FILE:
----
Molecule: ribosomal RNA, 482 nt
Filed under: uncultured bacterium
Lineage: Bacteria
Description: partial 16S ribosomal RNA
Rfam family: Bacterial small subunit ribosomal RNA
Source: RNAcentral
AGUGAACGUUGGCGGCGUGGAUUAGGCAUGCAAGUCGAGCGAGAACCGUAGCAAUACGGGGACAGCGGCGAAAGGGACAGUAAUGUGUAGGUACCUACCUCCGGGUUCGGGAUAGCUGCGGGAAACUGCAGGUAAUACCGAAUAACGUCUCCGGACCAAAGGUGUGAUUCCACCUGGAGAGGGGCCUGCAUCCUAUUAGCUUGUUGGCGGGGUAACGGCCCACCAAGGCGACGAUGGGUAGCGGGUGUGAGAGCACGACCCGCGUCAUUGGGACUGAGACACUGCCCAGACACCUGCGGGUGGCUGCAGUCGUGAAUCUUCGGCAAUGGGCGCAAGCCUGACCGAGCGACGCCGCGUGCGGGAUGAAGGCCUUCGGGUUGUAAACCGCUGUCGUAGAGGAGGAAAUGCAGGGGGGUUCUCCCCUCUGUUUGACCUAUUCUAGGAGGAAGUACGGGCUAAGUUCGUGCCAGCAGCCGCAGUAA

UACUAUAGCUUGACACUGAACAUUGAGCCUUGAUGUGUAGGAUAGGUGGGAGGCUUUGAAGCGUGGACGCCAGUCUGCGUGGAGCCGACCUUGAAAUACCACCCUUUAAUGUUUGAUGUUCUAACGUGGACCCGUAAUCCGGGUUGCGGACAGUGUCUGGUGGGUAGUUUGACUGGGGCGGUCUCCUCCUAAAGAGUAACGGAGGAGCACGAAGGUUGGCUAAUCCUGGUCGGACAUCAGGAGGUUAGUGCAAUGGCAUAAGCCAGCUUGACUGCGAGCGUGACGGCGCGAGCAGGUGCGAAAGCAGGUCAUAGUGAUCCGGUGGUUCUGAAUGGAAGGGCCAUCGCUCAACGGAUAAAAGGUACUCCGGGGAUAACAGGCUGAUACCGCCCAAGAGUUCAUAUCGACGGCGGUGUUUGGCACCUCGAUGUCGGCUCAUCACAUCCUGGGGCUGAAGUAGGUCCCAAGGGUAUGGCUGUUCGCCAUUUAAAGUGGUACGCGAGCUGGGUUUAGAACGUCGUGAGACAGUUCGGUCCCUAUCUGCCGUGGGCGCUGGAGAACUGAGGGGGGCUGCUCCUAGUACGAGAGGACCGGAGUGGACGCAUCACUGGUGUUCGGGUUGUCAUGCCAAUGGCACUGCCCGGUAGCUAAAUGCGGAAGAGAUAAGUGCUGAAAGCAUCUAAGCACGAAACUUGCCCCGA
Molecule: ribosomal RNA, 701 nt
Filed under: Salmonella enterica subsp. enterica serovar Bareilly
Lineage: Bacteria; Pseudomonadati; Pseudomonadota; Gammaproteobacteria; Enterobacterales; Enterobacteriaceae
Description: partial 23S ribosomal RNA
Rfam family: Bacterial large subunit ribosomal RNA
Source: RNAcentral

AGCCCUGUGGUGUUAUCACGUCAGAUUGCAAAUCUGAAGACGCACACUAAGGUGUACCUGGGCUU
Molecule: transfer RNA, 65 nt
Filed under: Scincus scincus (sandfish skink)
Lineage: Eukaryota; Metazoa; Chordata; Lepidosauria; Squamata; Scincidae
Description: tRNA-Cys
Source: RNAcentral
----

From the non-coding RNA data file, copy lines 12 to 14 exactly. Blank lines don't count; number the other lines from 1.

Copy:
Description: partial 23S ribosomal RNA
Rfam family: Bacterial large subunit ribosomal RNA
Source: RNAcentral